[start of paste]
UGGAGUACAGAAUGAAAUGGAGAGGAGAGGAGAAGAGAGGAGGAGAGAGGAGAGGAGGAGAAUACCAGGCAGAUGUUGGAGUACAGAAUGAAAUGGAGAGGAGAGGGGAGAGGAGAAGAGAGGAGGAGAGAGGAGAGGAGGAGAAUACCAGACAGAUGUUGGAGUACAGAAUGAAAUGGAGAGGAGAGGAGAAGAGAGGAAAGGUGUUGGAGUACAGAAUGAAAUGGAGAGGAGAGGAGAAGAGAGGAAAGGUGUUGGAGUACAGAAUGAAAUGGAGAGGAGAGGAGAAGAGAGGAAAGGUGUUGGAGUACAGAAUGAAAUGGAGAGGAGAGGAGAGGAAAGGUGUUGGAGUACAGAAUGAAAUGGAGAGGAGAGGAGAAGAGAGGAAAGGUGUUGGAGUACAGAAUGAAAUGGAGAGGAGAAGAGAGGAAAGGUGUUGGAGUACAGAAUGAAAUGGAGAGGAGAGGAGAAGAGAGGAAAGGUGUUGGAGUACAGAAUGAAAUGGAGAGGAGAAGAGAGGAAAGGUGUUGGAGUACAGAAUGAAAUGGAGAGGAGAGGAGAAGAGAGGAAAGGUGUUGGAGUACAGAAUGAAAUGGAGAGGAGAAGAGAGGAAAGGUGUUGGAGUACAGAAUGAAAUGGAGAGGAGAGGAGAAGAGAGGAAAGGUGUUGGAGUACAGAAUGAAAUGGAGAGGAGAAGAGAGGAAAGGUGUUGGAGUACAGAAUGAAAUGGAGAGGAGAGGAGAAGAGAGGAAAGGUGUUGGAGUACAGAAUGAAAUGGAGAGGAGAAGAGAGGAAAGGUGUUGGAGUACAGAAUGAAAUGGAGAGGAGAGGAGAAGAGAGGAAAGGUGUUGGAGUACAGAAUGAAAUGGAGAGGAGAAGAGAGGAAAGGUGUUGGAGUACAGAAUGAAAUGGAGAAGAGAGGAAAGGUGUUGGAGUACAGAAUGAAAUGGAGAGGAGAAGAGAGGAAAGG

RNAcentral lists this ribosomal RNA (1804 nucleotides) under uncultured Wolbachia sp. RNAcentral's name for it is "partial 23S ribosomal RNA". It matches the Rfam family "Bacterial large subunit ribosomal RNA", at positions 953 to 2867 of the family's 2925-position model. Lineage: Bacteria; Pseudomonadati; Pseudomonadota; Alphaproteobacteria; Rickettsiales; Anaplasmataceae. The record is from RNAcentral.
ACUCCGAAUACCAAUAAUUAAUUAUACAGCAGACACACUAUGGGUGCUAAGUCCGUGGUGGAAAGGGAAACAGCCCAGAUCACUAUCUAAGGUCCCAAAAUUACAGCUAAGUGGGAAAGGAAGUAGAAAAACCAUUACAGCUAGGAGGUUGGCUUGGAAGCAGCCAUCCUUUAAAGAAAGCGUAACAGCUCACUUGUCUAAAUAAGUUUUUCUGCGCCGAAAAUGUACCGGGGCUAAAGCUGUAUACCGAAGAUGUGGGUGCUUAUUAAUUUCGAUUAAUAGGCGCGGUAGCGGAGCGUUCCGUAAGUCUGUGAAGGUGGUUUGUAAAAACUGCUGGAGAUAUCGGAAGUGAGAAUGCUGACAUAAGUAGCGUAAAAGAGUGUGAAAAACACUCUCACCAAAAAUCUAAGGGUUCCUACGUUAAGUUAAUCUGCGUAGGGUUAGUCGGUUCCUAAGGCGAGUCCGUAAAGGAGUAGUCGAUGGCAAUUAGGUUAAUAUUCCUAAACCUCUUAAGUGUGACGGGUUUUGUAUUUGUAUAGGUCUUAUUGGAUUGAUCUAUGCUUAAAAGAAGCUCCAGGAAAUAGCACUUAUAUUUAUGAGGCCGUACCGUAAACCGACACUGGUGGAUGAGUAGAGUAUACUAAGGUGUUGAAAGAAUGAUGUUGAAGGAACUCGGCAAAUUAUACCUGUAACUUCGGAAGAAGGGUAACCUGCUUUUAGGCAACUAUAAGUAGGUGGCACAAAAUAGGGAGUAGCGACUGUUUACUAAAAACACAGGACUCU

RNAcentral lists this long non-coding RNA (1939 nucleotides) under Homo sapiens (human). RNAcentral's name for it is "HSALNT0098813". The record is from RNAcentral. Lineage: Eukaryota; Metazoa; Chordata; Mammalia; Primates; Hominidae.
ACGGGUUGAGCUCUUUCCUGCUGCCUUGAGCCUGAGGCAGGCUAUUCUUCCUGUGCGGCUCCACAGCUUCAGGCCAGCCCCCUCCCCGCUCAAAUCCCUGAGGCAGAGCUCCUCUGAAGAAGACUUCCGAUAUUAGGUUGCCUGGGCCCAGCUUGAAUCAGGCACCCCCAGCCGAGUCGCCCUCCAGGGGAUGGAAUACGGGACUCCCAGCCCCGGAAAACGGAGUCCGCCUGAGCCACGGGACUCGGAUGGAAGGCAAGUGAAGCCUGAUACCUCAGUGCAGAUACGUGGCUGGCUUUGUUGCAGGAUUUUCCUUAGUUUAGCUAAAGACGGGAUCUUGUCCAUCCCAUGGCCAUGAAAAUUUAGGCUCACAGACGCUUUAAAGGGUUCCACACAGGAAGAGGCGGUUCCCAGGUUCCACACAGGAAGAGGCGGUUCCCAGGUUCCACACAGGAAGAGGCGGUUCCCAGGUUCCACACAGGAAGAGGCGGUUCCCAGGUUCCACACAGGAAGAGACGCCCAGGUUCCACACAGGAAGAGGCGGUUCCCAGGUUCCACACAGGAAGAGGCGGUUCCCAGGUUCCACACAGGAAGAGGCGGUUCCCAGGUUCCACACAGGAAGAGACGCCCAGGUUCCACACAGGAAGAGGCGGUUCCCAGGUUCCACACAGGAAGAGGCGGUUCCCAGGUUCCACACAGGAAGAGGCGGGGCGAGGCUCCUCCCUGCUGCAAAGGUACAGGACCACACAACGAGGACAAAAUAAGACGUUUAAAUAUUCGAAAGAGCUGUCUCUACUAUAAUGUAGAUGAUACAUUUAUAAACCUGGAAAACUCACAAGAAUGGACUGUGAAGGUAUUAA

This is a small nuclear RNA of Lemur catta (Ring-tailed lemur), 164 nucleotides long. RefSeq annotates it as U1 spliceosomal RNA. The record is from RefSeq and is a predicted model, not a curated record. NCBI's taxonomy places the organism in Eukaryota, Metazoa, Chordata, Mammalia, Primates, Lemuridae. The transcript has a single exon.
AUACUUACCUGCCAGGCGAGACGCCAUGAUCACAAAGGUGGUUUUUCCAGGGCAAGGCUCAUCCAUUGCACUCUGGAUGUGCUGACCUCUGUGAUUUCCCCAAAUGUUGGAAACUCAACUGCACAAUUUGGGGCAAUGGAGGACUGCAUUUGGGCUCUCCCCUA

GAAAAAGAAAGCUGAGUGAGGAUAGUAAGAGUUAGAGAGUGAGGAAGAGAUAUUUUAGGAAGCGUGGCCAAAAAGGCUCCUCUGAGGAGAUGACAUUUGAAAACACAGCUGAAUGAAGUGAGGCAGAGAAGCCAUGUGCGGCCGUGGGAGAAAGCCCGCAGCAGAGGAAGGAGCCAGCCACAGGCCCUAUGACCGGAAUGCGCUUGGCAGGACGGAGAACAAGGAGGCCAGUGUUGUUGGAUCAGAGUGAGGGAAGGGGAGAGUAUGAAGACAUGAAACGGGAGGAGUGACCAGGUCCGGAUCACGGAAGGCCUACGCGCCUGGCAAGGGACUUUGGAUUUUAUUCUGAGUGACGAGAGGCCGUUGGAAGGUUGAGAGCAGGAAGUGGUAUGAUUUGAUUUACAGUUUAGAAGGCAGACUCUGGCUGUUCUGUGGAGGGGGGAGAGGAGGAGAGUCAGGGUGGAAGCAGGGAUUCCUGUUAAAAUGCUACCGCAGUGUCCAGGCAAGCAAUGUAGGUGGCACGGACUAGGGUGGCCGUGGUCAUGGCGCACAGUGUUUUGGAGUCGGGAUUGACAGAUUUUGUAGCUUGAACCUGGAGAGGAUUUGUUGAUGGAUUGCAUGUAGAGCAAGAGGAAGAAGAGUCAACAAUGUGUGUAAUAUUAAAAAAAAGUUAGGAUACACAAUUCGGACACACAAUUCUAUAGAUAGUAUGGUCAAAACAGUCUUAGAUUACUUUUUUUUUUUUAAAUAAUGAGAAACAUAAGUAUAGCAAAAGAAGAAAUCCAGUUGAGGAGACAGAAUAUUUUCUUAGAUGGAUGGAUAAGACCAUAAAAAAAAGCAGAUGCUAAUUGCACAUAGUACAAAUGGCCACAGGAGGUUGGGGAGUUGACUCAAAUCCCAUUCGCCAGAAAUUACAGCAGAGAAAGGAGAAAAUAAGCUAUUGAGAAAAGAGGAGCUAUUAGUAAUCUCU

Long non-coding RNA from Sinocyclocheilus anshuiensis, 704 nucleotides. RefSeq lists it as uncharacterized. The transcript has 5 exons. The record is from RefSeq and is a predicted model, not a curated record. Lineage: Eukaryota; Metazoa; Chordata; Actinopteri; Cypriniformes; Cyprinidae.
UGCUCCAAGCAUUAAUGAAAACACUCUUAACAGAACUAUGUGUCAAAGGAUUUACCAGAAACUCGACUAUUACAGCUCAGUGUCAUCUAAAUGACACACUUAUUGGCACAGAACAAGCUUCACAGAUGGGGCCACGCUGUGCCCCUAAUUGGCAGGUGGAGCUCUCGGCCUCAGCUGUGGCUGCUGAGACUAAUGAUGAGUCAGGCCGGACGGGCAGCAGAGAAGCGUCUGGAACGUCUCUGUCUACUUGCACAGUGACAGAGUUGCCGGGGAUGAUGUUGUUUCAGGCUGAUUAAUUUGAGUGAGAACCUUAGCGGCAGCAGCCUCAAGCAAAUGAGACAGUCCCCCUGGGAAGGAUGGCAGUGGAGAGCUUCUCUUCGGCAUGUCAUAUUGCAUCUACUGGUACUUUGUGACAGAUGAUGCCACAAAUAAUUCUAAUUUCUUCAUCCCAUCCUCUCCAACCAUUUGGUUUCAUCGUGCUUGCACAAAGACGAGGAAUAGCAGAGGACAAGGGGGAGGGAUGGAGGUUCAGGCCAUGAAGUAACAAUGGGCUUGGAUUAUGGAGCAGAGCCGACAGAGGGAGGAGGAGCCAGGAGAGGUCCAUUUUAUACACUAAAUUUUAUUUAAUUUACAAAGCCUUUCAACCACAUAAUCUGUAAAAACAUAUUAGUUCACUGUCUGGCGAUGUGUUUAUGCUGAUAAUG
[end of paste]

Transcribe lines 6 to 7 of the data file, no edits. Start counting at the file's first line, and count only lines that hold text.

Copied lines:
This is a small nuclear RNA of Lemur catta (Ring-tailed lemur), 164 nucleotides long. RefSeq annotates it as U1 spliceosomal RNA. The record is from RefSeq and is a predicted model, not a curated record. NCBI's taxonomy places the organism in Eukaryota, Metazoa, Chordata, Mammalia, Primates, Lemuridae. The transcript has a single exon.
AUACUUACCUGCCAGGCGAGACGCCAUGAUCACAAAGGUGGUUUUUCCAGGGCAAGGCUCAUCCAUUGCACUCUGGAUGUGCUGACCUCUGUGAUUUCCCCAAAUGUUGGAAACUCAACUGCACAAUUUGGGGCAAUGGAGGACUGCAUUUGGGCUCUCCCCUA